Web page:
Stories in Beat that you’ll love, handpicked by our team.
The Sexiest Songs of All Time You Need to Hear
Songs can have a variety of emotions that they impart on a listener. Rage, joy, hope, sadness, and even that eerily unsettling calm that can only be gotten once in a blue moon can be found in the right track.
Theory: '...Ready for It?'
Many theories are going around about Taylor Swift’s new music video “…Ready For It?” It’s safe to say that Swift is keeping to the theme of herself versus her past, as shown in her music video “Look What You Made Me Do.” While many focus on the minor details of the “…Ready For It?” video, for example Swift’s dating life (like there’s nothing else interesting about her), I will focus on one thing: Taylor in the glass box. I have seen many theories where Taylor in the box is how the media sees her, but it goes even further than that. The glass box takes us through each era of Swift's career–Taylor Swift, Fearless, Speak Now, Red, 1989, and Reputation. Let’s take a closer look.
Top 10 Best One Hit Wonders of the 1950s and 1960s
With enough hard work, talent and determination, any musician can create one great song. Sometimes one hit single is all you need to make an impression that will last a lifetime. That is what these one hit wonders of the 1950s and 1960s did. Here are ten of the best from those decades.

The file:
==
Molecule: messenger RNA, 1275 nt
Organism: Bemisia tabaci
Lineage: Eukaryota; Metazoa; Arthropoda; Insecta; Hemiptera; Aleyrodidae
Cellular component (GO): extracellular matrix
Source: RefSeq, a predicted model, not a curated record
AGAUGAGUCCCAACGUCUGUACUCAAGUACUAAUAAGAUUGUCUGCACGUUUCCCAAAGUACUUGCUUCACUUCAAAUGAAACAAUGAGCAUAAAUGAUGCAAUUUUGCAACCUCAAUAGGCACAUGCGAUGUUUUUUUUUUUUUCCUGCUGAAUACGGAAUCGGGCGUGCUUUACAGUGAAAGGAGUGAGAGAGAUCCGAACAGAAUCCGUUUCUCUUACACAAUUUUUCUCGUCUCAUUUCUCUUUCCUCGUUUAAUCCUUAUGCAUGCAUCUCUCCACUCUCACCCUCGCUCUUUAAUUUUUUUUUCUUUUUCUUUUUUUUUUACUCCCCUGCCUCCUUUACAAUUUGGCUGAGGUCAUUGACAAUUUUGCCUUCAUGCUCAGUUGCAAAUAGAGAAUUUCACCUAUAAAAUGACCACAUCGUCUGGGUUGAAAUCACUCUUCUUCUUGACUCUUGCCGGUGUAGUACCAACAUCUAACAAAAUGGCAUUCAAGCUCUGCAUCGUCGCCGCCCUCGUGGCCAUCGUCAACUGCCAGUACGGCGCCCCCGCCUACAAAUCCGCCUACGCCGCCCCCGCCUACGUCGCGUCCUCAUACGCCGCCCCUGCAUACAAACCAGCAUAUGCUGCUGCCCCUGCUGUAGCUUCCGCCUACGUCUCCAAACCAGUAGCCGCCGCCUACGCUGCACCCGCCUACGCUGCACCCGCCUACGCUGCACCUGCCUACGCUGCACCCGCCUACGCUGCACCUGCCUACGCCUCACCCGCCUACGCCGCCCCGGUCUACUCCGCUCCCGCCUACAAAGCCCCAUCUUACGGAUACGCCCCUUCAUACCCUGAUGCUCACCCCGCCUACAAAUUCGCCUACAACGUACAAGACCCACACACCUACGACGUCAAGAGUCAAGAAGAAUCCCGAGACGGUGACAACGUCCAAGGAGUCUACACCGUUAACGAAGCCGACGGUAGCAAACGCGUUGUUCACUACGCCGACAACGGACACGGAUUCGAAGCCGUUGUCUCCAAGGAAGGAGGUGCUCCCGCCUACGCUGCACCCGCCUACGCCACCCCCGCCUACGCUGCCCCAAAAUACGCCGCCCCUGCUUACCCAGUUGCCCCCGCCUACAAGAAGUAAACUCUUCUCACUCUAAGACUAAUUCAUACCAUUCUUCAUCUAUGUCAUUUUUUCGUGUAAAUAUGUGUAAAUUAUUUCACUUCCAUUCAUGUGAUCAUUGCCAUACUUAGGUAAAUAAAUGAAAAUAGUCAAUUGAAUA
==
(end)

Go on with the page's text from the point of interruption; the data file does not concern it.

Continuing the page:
Taylor Swift's Semantic Fields in 'Reputation': Part One
When I first downloaded all of Reputation, I spent the morning skipping through songs, finding one that I thought I may like. At first I was kind of worried because I only liked one or two songs, but as I listened to the lyrics more, slowly, and one by one, each song became one that I must sing along to in the car and can't seem to get myself to willingly escape. This happens for me a lot when first listening to an album because I'm always looking for new music, but hate the process of getting acquainted with the lyrics of the song. I just want to be able to sing along to it immediately, figure out all the hidden messages, find where songs link together in albums, songs hinting at other songs, mirroring previous number one hits and so on. But appreciation takes time, and it was only a matter of time until Reputation became a verbal example of concepts learned and discussed in my 400 level creative writing classes.
Interview with Edith Bowman
I’ve never encountered the emotions of what it is to be star struck. Not until Edith Bowman slides through the door of her PR Company in a leopard print sweatshirt that looks like pure comfort, a leather skirt for added cool, and a black beret covered in yellow stars that I can’t help gush over moments later. “Hi hi hi, I’m so sorry. Have you been waiting long?” And for a second, I am at a loss for words until the following words come from her. “I’m dying for a cup of tea, d’you mind if I quickly make one?” Suddenly, I feel like I’m meeting a friend for a hot beverage. She has an interviewer’s air, going straight into to asking me about my journey, before I’m quickly spilling the beans about being a long time Tomb Raider fan and we’re rating the new film. “I thought the acting was great. But the script let it down.” I’m quick to agree as we perch on a stone colour lounge sofa steps from where she made a cuppa for us both.